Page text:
The Museum of the Home in Hoxton, East London will reopen to the public 12 June, following an £18.1 million capital redevelopment by architects Wright & Wright. The project revitalises an assemblage of 300-year old almshouses and gardens, consolidating the historic building with contemporary elements to create a sustainable and engaging public space. Wright & Wright’s remodelling creates 80% more exhibition space, 50% more public space and remedies the building’s deterioration, preserving a valuable local and national heritage asset for decades to come. It also introduces a new entrance directly opposite Hoxton Station, adds two new garden pavilions together with a street-facing cafe, and improves public access, with no increase in the building’s overall energy requirements.
Within the main almshouse, Wright & Wright excavated and re-established the lower ground floor to form the new Home Galleries and reinstated the first floors to create a spacious new Collections Library and Study Room. The Museum is structured around a redesigned reception space, while a reconfigured circulation route, with flexible entry and exit points, enables visitors to navigate and shape their own Museum experience. Flanking the gardens are two new pavilions providing valuable community space for the Museum’s programme of education and other activities. The green roof planted on one of the pavilions enhances biodiversity and acknowledges the Museum’s gardens as being one of the few public green spaces in the surrounding area.
In making the Museum’s interiors more accessible, Wright & Wright has also made its street presence more visible and welcoming, eroding the barrier between museum and public realm. A new entrance opposite Hoxton Station entices visitors through a series of sculptural ramps and steps framed by plants, creating an enclave for people to meet and sit. Similarly, the adjacent and previously redundant Victorian-era public house has been transformed into a cafe, providing an additional entry point to the Museum. Wright & Wright’s architectural synthesis of new and old reflects a reframed curatorial approach intended to make the Museum more appealing to a wider audience by addressing contemporary domestic issues such as homelessness and fluctuating family structures. It actualises the Museum’s refreshed identity which aims to present a more nuanced understanding of the idea of home and its resonance in society.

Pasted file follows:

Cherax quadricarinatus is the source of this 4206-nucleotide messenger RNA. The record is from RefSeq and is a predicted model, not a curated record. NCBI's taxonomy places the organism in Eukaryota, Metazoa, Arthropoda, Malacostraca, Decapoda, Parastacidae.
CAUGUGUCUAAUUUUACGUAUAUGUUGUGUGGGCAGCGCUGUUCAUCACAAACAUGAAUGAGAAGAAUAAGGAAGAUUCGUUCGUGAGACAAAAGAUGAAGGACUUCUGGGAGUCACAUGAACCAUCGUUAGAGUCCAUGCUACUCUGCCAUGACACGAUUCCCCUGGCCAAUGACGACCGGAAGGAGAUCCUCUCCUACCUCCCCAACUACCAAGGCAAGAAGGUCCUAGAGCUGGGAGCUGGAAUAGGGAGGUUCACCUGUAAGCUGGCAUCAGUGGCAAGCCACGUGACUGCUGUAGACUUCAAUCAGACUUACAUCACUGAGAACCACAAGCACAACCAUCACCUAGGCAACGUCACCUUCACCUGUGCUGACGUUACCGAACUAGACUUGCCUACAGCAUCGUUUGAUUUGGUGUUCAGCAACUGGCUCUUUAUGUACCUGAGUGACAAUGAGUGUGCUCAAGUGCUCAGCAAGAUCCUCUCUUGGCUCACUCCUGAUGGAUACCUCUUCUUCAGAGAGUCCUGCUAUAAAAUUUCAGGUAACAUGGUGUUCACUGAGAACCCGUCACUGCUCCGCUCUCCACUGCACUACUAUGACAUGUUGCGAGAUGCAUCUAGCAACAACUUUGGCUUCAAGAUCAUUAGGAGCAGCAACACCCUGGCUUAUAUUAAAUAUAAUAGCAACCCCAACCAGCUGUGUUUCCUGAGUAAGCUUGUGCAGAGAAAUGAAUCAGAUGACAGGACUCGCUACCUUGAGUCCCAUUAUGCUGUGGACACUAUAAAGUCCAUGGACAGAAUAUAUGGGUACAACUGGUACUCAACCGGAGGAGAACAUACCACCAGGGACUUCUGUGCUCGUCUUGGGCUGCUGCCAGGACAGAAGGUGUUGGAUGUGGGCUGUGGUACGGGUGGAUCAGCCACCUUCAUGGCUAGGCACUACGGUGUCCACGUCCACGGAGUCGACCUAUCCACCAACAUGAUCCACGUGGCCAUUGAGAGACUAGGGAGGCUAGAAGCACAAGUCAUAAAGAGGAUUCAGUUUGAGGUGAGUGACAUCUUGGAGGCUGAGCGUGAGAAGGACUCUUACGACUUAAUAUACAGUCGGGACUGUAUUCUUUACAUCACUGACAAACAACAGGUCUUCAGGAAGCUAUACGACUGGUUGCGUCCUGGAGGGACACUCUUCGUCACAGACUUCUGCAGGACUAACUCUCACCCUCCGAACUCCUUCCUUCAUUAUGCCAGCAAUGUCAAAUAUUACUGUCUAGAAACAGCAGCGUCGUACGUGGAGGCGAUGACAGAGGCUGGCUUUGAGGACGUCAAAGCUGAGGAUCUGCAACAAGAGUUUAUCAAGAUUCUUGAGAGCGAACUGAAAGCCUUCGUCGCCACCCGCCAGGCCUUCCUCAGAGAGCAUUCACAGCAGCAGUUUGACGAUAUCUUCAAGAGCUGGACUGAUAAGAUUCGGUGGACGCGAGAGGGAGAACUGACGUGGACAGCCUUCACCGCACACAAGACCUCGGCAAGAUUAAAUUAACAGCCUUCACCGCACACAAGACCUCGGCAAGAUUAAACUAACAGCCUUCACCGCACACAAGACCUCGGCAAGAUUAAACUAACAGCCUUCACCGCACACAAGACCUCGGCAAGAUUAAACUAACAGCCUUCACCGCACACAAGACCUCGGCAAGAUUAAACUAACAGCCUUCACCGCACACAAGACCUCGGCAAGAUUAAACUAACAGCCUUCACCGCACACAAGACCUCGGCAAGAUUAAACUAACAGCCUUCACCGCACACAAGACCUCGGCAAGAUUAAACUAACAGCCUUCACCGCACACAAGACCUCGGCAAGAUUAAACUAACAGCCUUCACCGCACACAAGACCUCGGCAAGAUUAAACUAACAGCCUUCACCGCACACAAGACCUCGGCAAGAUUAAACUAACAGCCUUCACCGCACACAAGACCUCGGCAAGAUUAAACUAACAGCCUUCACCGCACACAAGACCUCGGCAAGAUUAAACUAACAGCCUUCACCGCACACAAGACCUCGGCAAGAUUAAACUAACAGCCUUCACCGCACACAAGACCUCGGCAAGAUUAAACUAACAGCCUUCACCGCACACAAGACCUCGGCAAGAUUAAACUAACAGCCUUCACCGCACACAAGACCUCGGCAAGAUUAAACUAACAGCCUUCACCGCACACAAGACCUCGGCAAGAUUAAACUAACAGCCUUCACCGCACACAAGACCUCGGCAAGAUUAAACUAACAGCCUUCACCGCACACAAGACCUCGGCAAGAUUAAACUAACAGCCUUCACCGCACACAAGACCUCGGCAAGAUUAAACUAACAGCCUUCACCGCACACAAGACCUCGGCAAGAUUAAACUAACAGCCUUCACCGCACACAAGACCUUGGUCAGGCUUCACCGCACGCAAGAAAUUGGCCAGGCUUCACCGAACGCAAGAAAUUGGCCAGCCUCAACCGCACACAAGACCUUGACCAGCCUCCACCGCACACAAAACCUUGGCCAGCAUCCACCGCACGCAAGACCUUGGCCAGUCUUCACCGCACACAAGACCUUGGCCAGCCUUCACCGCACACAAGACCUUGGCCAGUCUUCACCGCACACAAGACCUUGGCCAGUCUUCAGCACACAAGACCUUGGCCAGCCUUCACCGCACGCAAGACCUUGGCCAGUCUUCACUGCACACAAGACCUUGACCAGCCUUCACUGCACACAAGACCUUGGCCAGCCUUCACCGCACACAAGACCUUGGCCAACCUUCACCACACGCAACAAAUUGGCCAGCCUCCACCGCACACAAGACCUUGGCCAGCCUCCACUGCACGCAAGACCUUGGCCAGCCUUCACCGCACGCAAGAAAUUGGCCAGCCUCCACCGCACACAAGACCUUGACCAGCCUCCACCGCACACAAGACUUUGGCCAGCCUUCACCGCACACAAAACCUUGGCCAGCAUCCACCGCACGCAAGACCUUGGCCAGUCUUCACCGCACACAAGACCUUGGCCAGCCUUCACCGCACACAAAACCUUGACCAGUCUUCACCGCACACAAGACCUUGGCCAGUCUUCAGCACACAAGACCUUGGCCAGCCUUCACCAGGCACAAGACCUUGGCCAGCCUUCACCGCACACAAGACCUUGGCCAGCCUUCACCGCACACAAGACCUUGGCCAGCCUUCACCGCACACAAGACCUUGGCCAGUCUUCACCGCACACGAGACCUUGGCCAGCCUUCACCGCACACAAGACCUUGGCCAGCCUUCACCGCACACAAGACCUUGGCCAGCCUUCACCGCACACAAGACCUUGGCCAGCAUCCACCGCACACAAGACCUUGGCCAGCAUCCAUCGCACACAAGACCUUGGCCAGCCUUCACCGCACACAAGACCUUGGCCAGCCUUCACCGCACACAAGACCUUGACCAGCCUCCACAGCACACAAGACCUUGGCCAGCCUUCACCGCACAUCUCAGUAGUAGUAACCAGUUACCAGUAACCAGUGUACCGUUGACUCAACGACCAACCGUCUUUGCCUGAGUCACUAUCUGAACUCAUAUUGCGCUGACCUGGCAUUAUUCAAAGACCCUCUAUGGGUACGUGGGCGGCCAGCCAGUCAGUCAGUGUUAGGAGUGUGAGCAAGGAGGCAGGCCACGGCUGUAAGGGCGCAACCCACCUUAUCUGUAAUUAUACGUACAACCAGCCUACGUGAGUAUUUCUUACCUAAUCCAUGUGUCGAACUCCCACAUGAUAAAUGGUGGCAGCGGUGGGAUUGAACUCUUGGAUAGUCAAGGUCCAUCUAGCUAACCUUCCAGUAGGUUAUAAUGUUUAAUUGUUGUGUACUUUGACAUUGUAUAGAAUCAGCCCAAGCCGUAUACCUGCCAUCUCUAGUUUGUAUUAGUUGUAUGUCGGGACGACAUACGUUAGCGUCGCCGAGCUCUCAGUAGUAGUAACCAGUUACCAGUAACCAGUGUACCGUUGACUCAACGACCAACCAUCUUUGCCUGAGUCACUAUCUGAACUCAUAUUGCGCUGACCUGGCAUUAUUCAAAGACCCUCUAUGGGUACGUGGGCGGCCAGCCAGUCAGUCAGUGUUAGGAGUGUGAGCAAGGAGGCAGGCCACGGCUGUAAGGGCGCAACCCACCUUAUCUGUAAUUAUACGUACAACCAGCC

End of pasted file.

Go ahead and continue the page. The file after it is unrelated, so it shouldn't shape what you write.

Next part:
Clare Wright, partner at Wright & Wright, says: ‘As the poet T.S. Eliot wrote, “Home is where one starts from”. The revitalised Museum of the Home will appeal to those used to exploring museums and to new and younger visitors alike. Working with the magical, domestically scaled 18th-century buildings, we have dug down into cellars and opened up roof spaces to reveal hidden spaces, while stitching in modest extensions, linking it all into the Museum’s beautifully cared for gardens, for everyone to enjoy.’
Sonia Solicari, Director at Museum of the Home, says: “Our doors have been closed for over three years - we can’t wait to throw them open and welcome everyone back to the Museum of the Home. We hope visitors will be intrigued and inspired by the personal stories of home life which run through our new and reimagined galleries and programmes - from diverse contemporary and historical stories in the Home Galleries, to Stay Home, our rapid-response collecting project documenting home life during lockdown, and Behind the Door, our pioneering partnership with the London Homeless Collective. In a year when many of our homes have morphed into places to work, learn and keep fit, debating, sharing and delving into ideas, feelings and personal experiences of home seems more important and relevant than ever.”
The Museum has been much loved precisely because its domestic scale and historic ambience chimed so perfectly with its purpose as a museum of the home. We have delighted in revealing and revitalising more of the buildings to be explored and enjoyed. We see our role as architects as part of a human continuum rather than an isolated act of creativity. We don’t sweep away the past to provide a blank canvas for our vision. Instead, we look at what was there and what is to come – the place, the buildings, its context within the city – and try to understand its meaning on all levels, the layers of history, the creative endeavours of those who have gone before and what they left behind. Simultaneously, we strive to understand the client’s hopes for the future through their building project, their spoken and unspoken aspirations. It can feel like an archaeological dig, where we gently brush away the sand to reveal a project that was there all along.